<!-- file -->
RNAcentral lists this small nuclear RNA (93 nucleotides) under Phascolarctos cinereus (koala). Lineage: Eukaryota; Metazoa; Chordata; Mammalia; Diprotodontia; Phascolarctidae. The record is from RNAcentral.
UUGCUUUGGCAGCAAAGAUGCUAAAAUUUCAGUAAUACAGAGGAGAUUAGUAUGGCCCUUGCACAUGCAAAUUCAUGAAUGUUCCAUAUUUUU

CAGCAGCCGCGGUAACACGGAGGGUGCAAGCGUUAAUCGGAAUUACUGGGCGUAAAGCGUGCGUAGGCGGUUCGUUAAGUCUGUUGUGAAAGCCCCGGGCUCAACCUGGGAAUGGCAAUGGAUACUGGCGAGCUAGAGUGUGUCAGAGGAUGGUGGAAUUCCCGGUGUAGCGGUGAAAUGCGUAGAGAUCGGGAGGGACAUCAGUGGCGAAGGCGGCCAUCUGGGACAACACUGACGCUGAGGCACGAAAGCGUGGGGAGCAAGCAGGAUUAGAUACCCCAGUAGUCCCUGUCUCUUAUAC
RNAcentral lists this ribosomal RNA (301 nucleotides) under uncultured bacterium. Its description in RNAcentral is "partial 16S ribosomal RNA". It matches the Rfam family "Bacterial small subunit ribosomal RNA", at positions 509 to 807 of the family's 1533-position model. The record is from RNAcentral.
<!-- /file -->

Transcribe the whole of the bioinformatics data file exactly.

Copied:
RNAcentral lists this small nuclear RNA (93 nucleotides) under Phascolarctos cinereus (koala). Lineage: Eukaryota; Metazoa; Chordata; Mammalia; Diprotodontia; Phascolarctidae. The record is from RNAcentral.
UUGCUUUGGCAGCAAAGAUGCUAAAAUUUCAGUAAUACAGAGGAGAUUAGUAUGGCCCUUGCACAUGCAAAUUCAUGAAUGUUCCAUAUUUUU

CAGCAGCCGCGGUAACACGGAGGGUGCAAGCGUUAAUCGGAAUUACUGGGCGUAAAGCGUGCGUAGGCGGUUCGUUAAGUCUGUUGUGAAAGCCCCGGGCUCAACCUGGGAAUGGCAAUGGAUACUGGCGAGCUAGAGUGUGUCAGAGGAUGGUGGAAUUCCCGGUGUAGCGGUGAAAUGCGUAGAGAUCGGGAGGGACAUCAGUGGCGAAGGCGGCCAUCUGGGACAACACUGACGCUGAGGCACGAAAGCGUGGGGAGCAAGCAGGAUUAGAUACCCCAGUAGUCCCUGUCUCUUAUAC
RNAcentral lists this ribosomal RNA (301 nucleotides) under uncultured bacterium. Its description in RNAcentral is "partial 16S ribosomal RNA". It matches the Rfam family "Bacterial small subunit ribosomal RNA", at positions 509 to 807 of the family's 1533-position model. The record is from RNAcentral.